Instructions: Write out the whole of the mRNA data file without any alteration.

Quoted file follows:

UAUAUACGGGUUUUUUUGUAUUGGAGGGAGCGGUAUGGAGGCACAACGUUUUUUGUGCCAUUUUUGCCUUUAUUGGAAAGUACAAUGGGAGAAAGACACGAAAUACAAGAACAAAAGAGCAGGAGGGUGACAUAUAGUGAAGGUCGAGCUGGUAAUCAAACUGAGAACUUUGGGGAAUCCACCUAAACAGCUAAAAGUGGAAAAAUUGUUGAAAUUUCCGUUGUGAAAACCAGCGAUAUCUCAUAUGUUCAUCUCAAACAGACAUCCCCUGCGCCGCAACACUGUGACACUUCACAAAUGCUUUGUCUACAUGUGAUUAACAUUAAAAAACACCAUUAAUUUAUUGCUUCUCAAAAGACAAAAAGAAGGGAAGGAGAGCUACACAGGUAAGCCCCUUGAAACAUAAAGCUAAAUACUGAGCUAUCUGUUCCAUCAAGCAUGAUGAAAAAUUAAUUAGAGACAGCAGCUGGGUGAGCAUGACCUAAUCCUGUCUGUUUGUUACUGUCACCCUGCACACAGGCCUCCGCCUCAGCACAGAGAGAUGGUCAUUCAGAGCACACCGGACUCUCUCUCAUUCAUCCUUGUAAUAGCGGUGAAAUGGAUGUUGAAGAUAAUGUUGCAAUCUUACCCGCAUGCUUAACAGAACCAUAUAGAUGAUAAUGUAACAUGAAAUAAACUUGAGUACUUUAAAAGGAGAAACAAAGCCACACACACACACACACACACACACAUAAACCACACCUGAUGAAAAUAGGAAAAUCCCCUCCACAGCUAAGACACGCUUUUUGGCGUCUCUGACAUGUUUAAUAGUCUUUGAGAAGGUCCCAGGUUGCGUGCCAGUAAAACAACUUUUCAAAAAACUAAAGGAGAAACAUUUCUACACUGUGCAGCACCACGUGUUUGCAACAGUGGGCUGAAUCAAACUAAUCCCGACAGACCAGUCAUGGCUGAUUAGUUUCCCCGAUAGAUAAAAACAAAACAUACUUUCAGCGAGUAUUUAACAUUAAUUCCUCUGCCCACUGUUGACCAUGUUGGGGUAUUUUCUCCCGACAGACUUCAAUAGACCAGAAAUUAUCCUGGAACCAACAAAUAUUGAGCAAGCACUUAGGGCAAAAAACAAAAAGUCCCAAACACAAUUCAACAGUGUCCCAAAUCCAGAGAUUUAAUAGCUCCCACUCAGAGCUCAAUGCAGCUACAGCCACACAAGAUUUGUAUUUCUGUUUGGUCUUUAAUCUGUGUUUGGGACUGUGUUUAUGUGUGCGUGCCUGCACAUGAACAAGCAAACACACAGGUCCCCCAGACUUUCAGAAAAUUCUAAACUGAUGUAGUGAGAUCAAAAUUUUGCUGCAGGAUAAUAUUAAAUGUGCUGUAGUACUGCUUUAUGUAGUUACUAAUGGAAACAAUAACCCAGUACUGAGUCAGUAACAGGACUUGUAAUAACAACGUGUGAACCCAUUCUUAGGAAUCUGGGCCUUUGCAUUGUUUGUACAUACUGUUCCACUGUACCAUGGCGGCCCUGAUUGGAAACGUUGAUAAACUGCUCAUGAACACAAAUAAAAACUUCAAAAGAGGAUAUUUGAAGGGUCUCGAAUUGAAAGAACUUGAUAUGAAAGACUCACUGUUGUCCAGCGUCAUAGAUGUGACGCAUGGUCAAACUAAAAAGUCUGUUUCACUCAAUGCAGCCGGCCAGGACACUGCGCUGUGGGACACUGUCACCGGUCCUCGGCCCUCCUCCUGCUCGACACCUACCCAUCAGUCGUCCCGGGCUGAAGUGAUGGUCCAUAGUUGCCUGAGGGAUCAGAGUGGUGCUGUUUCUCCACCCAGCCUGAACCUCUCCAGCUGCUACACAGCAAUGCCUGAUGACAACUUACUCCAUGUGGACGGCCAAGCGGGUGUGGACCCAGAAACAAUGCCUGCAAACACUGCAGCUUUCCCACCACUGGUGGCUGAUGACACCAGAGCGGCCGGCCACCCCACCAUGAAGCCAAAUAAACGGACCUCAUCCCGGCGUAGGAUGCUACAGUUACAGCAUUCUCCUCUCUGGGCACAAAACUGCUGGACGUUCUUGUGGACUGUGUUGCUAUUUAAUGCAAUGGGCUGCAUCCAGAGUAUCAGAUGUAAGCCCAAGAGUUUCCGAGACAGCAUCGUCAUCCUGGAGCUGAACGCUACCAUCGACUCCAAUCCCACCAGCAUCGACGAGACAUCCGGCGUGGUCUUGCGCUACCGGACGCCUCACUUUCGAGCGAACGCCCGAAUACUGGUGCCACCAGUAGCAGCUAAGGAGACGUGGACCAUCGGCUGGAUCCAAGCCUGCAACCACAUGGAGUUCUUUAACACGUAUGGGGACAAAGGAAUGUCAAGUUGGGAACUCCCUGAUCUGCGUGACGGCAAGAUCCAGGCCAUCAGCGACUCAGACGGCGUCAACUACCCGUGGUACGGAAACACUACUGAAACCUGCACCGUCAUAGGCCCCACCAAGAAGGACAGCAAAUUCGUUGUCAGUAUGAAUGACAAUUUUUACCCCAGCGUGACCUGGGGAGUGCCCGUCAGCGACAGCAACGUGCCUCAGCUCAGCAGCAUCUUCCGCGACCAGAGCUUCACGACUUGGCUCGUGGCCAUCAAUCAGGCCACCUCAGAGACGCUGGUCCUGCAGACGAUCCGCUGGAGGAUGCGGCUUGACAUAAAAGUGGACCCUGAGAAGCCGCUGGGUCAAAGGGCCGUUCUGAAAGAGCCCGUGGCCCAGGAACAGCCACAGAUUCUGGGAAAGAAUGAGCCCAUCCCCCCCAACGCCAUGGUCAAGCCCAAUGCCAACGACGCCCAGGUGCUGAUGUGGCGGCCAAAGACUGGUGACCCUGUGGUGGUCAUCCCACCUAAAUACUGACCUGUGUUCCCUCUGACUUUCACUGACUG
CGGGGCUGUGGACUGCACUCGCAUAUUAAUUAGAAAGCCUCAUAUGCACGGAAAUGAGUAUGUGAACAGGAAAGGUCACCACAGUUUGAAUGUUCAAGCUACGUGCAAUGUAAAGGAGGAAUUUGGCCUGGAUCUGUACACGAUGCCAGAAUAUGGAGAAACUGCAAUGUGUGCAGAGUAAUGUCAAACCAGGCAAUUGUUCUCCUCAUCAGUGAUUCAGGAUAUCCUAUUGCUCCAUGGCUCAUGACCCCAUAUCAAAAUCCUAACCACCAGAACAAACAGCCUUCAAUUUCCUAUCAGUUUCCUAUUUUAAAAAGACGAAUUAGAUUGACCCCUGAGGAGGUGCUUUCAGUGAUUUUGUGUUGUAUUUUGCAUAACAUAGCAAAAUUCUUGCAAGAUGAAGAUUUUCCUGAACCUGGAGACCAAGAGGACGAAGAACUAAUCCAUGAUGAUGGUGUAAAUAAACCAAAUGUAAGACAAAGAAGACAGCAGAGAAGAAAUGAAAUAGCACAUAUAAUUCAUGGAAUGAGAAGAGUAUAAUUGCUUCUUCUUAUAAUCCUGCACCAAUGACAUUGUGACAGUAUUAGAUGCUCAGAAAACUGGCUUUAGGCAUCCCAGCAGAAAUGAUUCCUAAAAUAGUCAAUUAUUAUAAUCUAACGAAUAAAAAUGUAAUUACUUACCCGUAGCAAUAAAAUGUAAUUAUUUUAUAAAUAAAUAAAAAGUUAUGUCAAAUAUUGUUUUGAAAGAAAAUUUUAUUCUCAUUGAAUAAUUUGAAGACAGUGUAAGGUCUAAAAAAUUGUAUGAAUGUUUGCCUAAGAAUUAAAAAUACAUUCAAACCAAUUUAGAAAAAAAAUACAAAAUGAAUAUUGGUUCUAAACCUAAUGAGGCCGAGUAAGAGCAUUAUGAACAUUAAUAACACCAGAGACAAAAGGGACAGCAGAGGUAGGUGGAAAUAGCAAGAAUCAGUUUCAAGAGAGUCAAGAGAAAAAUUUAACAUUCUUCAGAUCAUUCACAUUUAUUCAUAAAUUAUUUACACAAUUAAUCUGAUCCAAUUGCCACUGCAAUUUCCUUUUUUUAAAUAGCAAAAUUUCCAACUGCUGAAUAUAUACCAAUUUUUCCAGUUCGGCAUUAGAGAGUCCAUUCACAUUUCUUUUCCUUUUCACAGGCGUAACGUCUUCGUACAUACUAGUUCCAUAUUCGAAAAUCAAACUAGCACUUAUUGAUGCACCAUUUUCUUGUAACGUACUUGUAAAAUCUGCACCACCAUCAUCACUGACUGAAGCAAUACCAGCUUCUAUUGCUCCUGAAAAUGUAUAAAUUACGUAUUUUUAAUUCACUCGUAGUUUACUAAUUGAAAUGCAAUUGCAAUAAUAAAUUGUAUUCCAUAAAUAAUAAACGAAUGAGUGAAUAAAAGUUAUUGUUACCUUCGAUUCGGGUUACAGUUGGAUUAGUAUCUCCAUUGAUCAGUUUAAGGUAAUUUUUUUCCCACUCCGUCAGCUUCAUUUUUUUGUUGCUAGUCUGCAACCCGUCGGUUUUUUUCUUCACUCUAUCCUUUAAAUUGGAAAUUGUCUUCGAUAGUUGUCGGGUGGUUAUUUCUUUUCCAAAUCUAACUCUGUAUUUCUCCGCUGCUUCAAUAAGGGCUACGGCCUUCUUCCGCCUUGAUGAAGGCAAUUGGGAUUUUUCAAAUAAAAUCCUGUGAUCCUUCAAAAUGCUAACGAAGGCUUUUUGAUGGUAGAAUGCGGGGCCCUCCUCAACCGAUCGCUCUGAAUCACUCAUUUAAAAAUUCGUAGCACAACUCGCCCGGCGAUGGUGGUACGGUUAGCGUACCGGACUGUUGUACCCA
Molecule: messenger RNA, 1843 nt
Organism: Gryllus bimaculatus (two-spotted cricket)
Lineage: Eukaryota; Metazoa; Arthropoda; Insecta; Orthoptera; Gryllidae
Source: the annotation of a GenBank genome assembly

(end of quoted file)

UAUAUACGGGUUUUUUUGUAUUGGAGGGAGCGGUAUGGAGGCACAACGUUUUUUGUGCCAUUUUUGCCUUUAUUGGAAAGUACAAUGGGAGAAAGACACGAAAUACAAGAACAAAAGAGCAGGAGGGUGACAUAUAGUGAAGGUCGAGCUGGUAAUCAAACUGAGAACUUUGGGGAAUCCACCUAAACAGCUAAAAGUGGAAAAAUUGUUGAAAUUUCCGUUGUGAAAACCAGCGAUAUCUCAUAUGUUCAUCUCAAACAGACAUCCCCUGCGCCGCAACACUGUGACACUUCACAAAUGCUUUGUCUACAUGUGAUUAACAUUAAAAAACACCAUUAAUUUAUUGCUUCUCAAAAGACAAAAAGAAGGGAAGGAGAGCUACACAGGUAAGCCCCUUGAAACAUAAAGCUAAAUACUGAGCUAUCUGUUCCAUCAAGCAUGAUGAAAAAUUAAUUAGAGACAGCAGCUGGGUGAGCAUGACCUAAUCCUGUCUGUUUGUUACUGUCACCCUGCACACAGGCCUCCGCCUCAGCACAGAGAGAUGGUCAUUCAGAGCACACCGGACUCUCUCUCAUUCAUCCUUGUAAUAGCGGUGAAAUGGAUGUUGAAGAUAAUGUUGCAAUCUUACCCGCAUGCUUAACAGAACCAUAUAGAUGAUAAUGUAACAUGAAAUAAACUUGAGUACUUUAAAAGGAGAAACAAAGCCACACACACACACACACACACACACAUAAACCACACCUGAUGAAAAUAGGAAAAUCCCCUCCACAGCUAAGACACGCUUUUUGGCGUCUCUGACAUGUUUAAUAGUCUUUGAGAAGGUCCCAGGUUGCGUGCCAGUAAAACAACUUUUCAAAAAACUAAAGGAGAAACAUUUCUACACUGUGCAGCACCACGUGUUUGCAACAGUGGGCUGAAUCAAACUAAUCCCGACAGACCAGUCAUGGCUGAUUAGUUUCCCCGAUAGAUAAAAACAAAACAUACUUUCAGCGAGUAUUUAACAUUAAUUCCUCUGCCCACUGUUGACCAUGUUGGGGUAUUUUCUCCCGACAGACUUCAAUAGACCAGAAAUUAUCCUGGAACCAACAAAUAUUGAGCAAGCACUUAGGGCAAAAAACAAAAAGUCCCAAACACAAUUCAACAGUGUCCCAAAUCCAGAGAUUUAAUAGCUCCCACUCAGAGCUCAAUGCAGCUACAGCCACACAAGAUUUGUAUUUCUGUUUGGUCUUUAAUCUGUGUUUGGGACUGUGUUUAUGUGUGCGUGCCUGCACAUGAACAAGCAAACACACAGGUCCCCCAGACUUUCAGAAAAUUCUAAACUGAUGUAGUGAGAUCAAAAUUUUGCUGCAGGAUAAUAUUAAAUGUGCUGUAGUACUGCUUUAUGUAGUUACUAAUGGAAACAAUAACCCAGUACUGAGUCAGUAACAGGACUUGUAAUAACAACGUGUGAACCCAUUCUUAGGAAUCUGGGCCUUUGCAUUGUUUGUACAUACUGUUCCACUGUACCAUGGCGGCCCUGAUUGGAAACGUUGAUAAACUGCUCAUGAACACAAAUAAAAACUUCAAAAGAGGAUAUUUGAAGGGUCUCGAAUUGAAAGAACUUGAUAUGAAAGACUCACUGUUGUCCAGCGUCAUAGAUGUGACGCAUGGUCAAACUAAAAAGUCUGUUUCACUCAAUGCAGCCGGCCAGGACACUGCGCUGUGGGACACUGUCACCGGUCCUCGGCCCUCCUCCUGCUCGACACCUACCCAUCAGUCGUCCCGGGCUGAAGUGAUGGUCCAUAGUUGCCUGAGGGAUCAGAGUGGUGCUGUUUCUCCACCCAGCCUGAACCUCUCCAGCUGCUACACAGCAAUGCCUGAUGACAACUUACUCCAUGUGGACGGCCAAGCGGGUGUGGACCCAGAAACAAUGCCUGCAAACACUGCAGCUUUCCCACCACUGGUGGCUGAUGACACCAGAGCGGCCGGCCACCCCACCAUGAAGCCAAAUAAACGGACCUCAUCCCGGCGUAGGAUGCUACAGUUACAGCAUUCUCCUCUCUGGGCACAAAACUGCUGGACGUUCUUGUGGACUGUGUUGCUAUUUAAUGCAAUGGGCUGCAUCCAGAGUAUCAGAUGUAAGCCCAAGAGUUUCCGAGACAGCAUCGUCAUCCUGGAGCUGAACGCUACCAUCGACUCCAAUCCCACCAGCAUCGACGAGACAUCCGGCGUGGUCUUGCGCUACCGGACGCCUCACUUUCGAGCGAACGCCCGAAUACUGGUGCCACCAGUAGCAGCUAAGGAGACGUGGACCAUCGGCUGGAUCCAAGCCUGCAACCACAUGGAGUUCUUUAACACGUAUGGGGACAAAGGAAUGUCAAGUUGGGAACUCCCUGAUCUGCGUGACGGCAAGAUCCAGGCCAUCAGCGACUCAGACGGCGUCAACUACCCGUGGUACGGAAACACUACUGAAACCUGCACCGUCAUAGGCCCCACCAAGAAGGACAGCAAAUUCGUUGUCAGUAUGAAUGACAAUUUUUACCCCAGCGUGACCUGGGGAGUGCCCGUCAGCGACAGCAACGUGCCUCAGCUCAGCAGCAUCUUCCGCGACCAGAGCUUCACGACUUGGCUCGUGGCCAUCAAUCAGGCCACCUCAGAGACGCUGGUCCUGCAGACGAUCCGCUGGAGGAUGCGGCUUGACAUAAAAGUGGACCCUGAGAAGCCGCUGGGUCAAAGGGCCGUUCUGAAAGAGCCCGUGGCCCAGGAACAGCCACAGAUUCUGGGAAAGAAUGAGCCCAUCCCCCCCAACGCCAUGGUCAAGCCCAAUGCCAACGACGCCCAGGUGCUGAUGUGGCGGCCAAAGACUGGUGACCCUGUGGUGGUCAUCCCACCUAAAUACUGACCUGUGUUCCCUCUGACUUUCACUGACUG
CGGGGCUGUGGACUGCACUCGCAUAUUAAUUAGAAAGCCUCAUAUGCACGGAAAUGAGUAUGUGAACAGGAAAGGUCACCACAGUUUGAAUGUUCAAGCUACGUGCAAUGUAAAGGAGGAAUUUGGCCUGGAUCUGUACACGAUGCCAGAAUAUGGAGAAACUGCAAUGUGUGCAGAGUAAUGUCAAACCAGGCAAUUGUUCUCCUCAUCAGUGAUUCAGGAUAUCCUAUUGCUCCAUGGCUCAUGACCCCAUAUCAAAAUCCUAACCACCAGAACAAACAGCCUUCAAUUUCCUAUCAGUUUCCUAUUUUAAAAAGACGAAUUAGAUUGACCCCUGAGGAGGUGCUUUCAGUGAUUUUGUGUUGUAUUUUGCAUAACAUAGCAAAAUUCUUGCAAGAUGAAGAUUUUCCUGAACCUGGAGACCAAGAGGACGAAGAACUAAUCCAUGAUGAUGGUGUAAAUAAACCAAAUGUAAGACAAAGAAGACAGCAGAGAAGAAAUGAAAUAGCACAUAUAAUUCAUGGAAUGAGAAGAGUAUAAUUGCUUCUUCUUAUAAUCCUGCACCAAUGACAUUGUGACAGUAUUAGAUGCUCAGAAAACUGGCUUUAGGCAUCCCAGCAGAAAUGAUUCCUAAAAUAGUCAAUUAUUAUAAUCUAACGAAUAAAAAUGUAAUUACUUACCCGUAGCAAUAAAAUGUAAUUAUUUUAUAAAUAAAUAAAAAGUUAUGUCAAAUAUUGUUUUGAAAGAAAAUUUUAUUCUCAUUGAAUAAUUUGAAGACAGUGUAAGGUCUAAAAAAUUGUAUGAAUGUUUGCCUAAGAAUUAAAAAUACAUUCAAACCAAUUUAGAAAAAAAAUACAAAAUGAAUAUUGGUUCUAAACCUAAUGAGGCCGAGUAAGAGCAUUAUGAACAUUAAUAACACCAGAGACAAAAGGGACAGCAGAGGUAGGUGGAAAUAGCAAGAAUCAGUUUCAAGAGAGUCAAGAGAAAAAUUUAACAUUCUUCAGAUCAUUCACAUUUAUUCAUAAAUUAUUUACACAAUUAAUCUGAUCCAAUUGCCACUGCAAUUUCCUUUUUUUAAAUAGCAAAAUUUCCAACUGCUGAAUAUAUACCAAUUUUUCCAGUUCGGCAUUAGAGAGUCCAUUCACAUUUCUUUUCCUUUUCACAGGCGUAACGUCUUCGUACAUACUAGUUCCAUAUUCGAAAAUCAAACUAGCACUUAUUGAUGCACCAUUUUCUUGUAACGUACUUGUAAAAUCUGCACCACCAUCAUCACUGACUGAAGCAAUACCAGCUUCUAUUGCUCCUGAAAAUGUAUAAAUUACGUAUUUUUAAUUCACUCGUAGUUUACUAAUUGAAAUGCAAUUGCAAUAAUAAAUUGUAUUCCAUAAAUAAUAAACGAAUGAGUGAAUAAAAGUUAUUGUUACCUUCGAUUCGGGUUACAGUUGGAUUAGUAUCUCCAUUGAUCAGUUUAAGGUAAUUUUUUUCCCACUCCGUCAGCUUCAUUUUUUUGUUGCUAGUCUGCAACCCGUCGGUUUUUUUCUUCACUCUAUCCUUUAAAUUGGAAAUUGUCUUCGAUAGUUGUCGGGUGGUUAUUUCUUUUCCAAAUCUAACUCUGUAUUUCUCCGCUGCUUCAAUAAGGGCUACGGCCUUCUUCCGCCUUGAUGAAGGCAAUUGGGAUUUUUCAAAUAAAAUCCUGUGAUCCUUCAAAAUGCUAACGAAGGCUUUUUGAUGGUAGAAUGCGGGGCCCUCCUCAACCGAUCGCUCUGAAUCACUCAUUUAAAAAUUCGUAGCACAACUCGCCCGGCGAUGGUGGUACGGUUAGCGUACCGGACUGUUGUACCCA
Molecule: messenger RNA, 1843 nt
Organism: Gryllus bimaculatus (two-spotted cricket)
Lineage: Eukaryota; Metazoa; Arthropoda; Insecta; Orthoptera; Gryllidae
Source: the annotation of a GenBank genome assembly